Silicon Alley, centered in Manhattan, has evolved into a metonym for the sphere encompassing the New York City metropolitan region's high tech industries, including the Internet, new media, telecommunications, digital media, software development, biotechnology, game design, financial technology (fintech), and other fields within information technology that are supported by the area's entrepreneurship ecosystem and venture capital investments. As of 2014[update], New York City hosted 300,000 employees in the tech sector. In 2015, Silicon Alley generated over US$7.3 billion in venture capital investment, most based in Manhattan, as well as in Brooklyn, Queens, and elsewhere in the region. High technology startup companies and employment are growing in Manhattan and across New York City, bolstered by the city's emergence as a global node of creativity and entrepreneurship, social tolerance, and environmental sustainability, as well as New York's position as the leading Internet hub and telecommunications center in North America, including its vicinity to several transatlantic fiber optic trunk lines, the city's intellectual capital, and its extensive outdoor wireless connectivity. Verizon Communications, headquartered at 140 West Street in Lower Manhattan, was at the final stages in 2014 of completing a US$3 billion fiberoptic telecommunications upgrade throughout New York City. As of October 2014, New York City hosted 300,000 employees in the tech sector, with a significant proportion in Manhattan.
The biotechnology sector is also growing in Manhattan based upon the city's strength in academic scientific research and public and commercial financial support. By mid-2014, Accelerator, a biotech investment firm, had raised more than US$30 million from investors, including Eli Lilly and Company, Pfizer, and Johnson & Johnson, for initial funding to create biotechnology startups at the Alexandria Center for Life Science, which encompasses more than 700,000 square feet (65,000 m2) on East 29th Street and promotes collaboration among scientists and entrepreneurs at the center and with nearby academic, medical, and research institutions. The New York City Economic Development Corporation's Early Stage Life Sciences Funding Initiative and venture capital partners, including Celgene, General Electric Ventures, and Eli Lilly, committed a minimum of US$100 million to help launch 15 to 20 ventures in life sciences and biotechnology. In 2011, Mayor Michael R. Bloomberg had announced his choice of Cornell University and Technion-Israel Institute of Technology to build a US$2 billion graduate school of applied sciences on Roosevelt Island, Manhattan, with the goal of transforming New York City into the world's premier technology capital.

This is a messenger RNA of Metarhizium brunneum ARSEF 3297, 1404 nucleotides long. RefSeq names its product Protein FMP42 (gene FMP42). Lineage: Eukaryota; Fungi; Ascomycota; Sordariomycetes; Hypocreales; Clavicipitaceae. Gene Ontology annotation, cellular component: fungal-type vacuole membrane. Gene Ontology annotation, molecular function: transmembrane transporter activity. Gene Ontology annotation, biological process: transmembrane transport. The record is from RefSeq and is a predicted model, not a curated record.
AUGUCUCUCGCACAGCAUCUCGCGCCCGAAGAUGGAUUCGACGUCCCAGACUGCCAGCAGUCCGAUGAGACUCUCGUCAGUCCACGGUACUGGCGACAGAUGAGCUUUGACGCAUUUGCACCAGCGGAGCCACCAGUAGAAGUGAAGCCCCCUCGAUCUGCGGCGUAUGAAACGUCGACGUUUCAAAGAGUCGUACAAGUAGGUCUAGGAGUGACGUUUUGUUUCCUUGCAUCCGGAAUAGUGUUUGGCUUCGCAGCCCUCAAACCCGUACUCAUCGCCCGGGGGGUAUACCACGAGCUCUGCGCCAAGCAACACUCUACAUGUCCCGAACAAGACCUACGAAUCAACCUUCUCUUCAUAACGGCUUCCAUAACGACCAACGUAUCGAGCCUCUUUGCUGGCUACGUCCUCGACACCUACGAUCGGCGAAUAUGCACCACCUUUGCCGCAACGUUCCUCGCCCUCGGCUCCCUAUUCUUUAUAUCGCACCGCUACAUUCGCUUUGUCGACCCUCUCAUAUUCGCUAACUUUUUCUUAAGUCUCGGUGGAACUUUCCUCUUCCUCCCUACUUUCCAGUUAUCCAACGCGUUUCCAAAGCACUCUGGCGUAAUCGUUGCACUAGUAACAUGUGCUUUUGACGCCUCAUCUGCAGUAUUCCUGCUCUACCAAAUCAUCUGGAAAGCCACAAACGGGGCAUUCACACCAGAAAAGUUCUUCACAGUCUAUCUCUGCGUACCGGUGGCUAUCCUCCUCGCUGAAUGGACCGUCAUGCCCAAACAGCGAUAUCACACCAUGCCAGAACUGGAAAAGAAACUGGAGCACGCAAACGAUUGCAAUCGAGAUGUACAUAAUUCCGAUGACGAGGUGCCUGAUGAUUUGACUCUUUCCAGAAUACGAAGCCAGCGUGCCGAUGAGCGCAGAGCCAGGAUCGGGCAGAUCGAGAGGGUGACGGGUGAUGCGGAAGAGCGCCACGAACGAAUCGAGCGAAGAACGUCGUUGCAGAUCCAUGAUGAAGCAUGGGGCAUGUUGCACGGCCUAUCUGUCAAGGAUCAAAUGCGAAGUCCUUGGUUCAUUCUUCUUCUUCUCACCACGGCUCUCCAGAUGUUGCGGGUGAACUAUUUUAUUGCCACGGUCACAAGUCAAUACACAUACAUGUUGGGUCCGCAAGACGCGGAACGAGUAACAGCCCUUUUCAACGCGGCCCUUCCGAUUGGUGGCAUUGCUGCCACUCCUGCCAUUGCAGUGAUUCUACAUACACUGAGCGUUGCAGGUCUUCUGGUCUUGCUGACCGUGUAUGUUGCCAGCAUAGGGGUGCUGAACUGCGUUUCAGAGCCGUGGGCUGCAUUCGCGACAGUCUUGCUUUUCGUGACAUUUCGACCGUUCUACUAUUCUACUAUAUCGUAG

Tourism is vital to Manhattan's economy, and the landmarks of Manhattan are the focus of New York City's tourists, enumerating nearly 60 million visitors in 2015. According to The Broadway League, shows on Broadway sold approximately US$1.27 billion worth of tickets in the 2013–2014 season, an increase of 11.4% from US$1.139 billion in the 2012–2013 season; attendance in 2013–2014 stood at 12.21 million, representing a 5.5% increase from the 2012–2013 season's 11.57 million. As of June 2016, Manhattan had nearly 91,500 hotel rooms, a 26% increase from 2010.
Real estate is a major force in Manhattan's economy, and indeed the city's, as the total value of all New York City property was assessed at US$914.8 billion for the 2015 fiscal year. Manhattan has perennially been home to some of the nation's, as well as the world's, most valuable real estate, including the Time Warner Center, which had the highest-listed market value in the city in 2006 at US$1.1 billion, to be subsequently surpassed in October 2014 by the Waldorf Astoria New York, which became the most expensive hotel ever sold after being purchased by the Anbang Insurance Group, based in China, for US$1.95 billion. When 450 Park Avenue was sold on July 2, 2007, for US$510 million, about US$1,589 per square foot (US$17,104/m²), it broke the barely month-old record for an American office building of US$1,476 per square foot (US$15,887/m²) based on the sale of 660 Madison Avenue. In 2014, Manhattan was home to six of the top ten zip codes in the United States by median housing price.
Manhattan had approximately 520 million square feet (48.1 million m²) of office space in 2013, making it the largest office market in the United States. Midtown Manhattan is the largest central business district in the nation based on office space, while Lower Manhattan is the third-largest (after Chicago's Loop).
Manhattan is served by the major New York City dailies, including The New York Times, New York Daily News, and New York Post, which are all headquartered in the borough. The nation's largest newspaper by circulation, The Wall Street Journal, is also based there. Other daily newspapers include AM New York and The Villager. The New York Amsterdam News, based in Harlem, is one of the leading African American weekly newspapers in the United States. The Village Voice is a leading alternative weekly based in the borough.